Opponents of ISDS in New Zealand also raise credible concerns about the legitimacy of ISDS tribunals. Common concerns include a lack of transparency, questionable independence and impartiality of arbitrators, lack of binding precedent and an appeal mechanism, and high cost – there is broad agreement between nations the ISDS system which prevails today must continue to be improved. The key point to note for present purposes, however, is there are relatively few countries who want to completely remove ISDS from the mix. Instead of point-blank opposing ISDS, it would be much more productive for New Zealand to advocate for measures which best address concerns with the legitimacy of the system.

Finally, it should not be ignored that agreeing to ISDS does benefit New Zealand investors overseas in circumstances where foreign domestic courts might not provide due process of law. This benefit may become more substantial over time – successive New Zealand governments have promoted increased outward investment by New Zealanders overseas.

This is not to say that New Zealand should unquestioningly include ISDS in its free trade agreements, or be content with the models it has agreed to date. Maintaining a flexible approach to ISDS means retaining the ability to say “yes”, “no”, or “maybe” on a case-by-case basis, and New Zealand’s new government should not forget this. Over recent decades New Zealand has demonstrated it can influence best practice in international trade, and it should continue to do so to improve the current system. But this means New Zealand must be prepared to walk away from trade deals containing ISDS provisions not only if it cannot negotiate appropriate concessions in return, but also if the ISDS provisions themselves do not reflect best practice.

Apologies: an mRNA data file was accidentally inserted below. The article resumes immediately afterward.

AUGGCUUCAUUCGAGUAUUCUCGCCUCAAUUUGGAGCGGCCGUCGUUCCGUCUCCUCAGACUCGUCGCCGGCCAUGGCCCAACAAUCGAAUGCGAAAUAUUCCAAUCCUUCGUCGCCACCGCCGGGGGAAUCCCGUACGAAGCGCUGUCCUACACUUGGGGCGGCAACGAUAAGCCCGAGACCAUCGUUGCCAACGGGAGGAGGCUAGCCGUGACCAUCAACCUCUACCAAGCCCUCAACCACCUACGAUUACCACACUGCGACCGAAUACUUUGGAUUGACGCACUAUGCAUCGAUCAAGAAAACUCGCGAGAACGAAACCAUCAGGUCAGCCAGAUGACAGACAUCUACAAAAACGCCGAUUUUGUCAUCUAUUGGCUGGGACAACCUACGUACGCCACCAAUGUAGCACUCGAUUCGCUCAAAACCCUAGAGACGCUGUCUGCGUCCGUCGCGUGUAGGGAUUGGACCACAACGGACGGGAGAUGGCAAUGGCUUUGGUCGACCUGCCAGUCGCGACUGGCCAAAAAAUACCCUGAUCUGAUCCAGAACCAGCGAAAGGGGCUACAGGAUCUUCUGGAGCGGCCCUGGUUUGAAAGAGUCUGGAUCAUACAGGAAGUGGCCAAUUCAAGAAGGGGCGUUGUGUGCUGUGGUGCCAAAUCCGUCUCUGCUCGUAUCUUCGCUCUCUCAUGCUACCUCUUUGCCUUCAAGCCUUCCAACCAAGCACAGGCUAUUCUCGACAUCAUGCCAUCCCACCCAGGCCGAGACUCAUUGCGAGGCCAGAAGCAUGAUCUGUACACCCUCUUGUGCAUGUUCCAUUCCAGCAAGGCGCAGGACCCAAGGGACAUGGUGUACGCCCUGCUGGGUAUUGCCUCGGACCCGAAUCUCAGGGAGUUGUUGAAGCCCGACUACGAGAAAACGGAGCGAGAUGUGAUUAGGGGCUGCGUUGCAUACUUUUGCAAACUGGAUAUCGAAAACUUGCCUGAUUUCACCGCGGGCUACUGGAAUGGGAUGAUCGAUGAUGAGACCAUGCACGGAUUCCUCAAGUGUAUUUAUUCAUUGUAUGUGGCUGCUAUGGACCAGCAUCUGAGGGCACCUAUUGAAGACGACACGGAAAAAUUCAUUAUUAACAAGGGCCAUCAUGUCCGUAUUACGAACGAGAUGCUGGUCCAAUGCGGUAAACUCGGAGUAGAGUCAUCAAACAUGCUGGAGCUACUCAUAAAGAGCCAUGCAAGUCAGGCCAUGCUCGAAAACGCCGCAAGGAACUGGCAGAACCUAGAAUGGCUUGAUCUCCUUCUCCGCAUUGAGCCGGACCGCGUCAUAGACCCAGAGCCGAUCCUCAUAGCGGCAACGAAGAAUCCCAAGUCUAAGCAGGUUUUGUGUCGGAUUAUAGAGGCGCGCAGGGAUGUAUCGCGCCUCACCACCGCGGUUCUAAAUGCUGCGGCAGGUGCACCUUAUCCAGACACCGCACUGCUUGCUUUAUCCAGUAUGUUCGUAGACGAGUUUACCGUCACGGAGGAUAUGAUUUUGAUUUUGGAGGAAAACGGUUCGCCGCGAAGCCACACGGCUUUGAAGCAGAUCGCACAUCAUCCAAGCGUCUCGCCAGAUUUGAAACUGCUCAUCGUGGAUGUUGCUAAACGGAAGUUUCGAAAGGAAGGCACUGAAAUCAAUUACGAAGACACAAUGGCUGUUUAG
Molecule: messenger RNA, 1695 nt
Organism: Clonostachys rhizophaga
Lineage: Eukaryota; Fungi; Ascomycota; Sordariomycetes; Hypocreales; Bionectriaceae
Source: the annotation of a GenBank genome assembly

Failure to do so may result in New Zealand unjustifiably ceding sovereignty, and/or committing itself to illegitimate dispute resolution mechanisms. However, an outright “no” to ISDS by a country that lives or dies on its exports would be naïve and counterproductive.

Chris Gillies is a New Zealand lawyer and recent graduate in International Business & Economic Law from Georgetown University Law Center in Washington DC.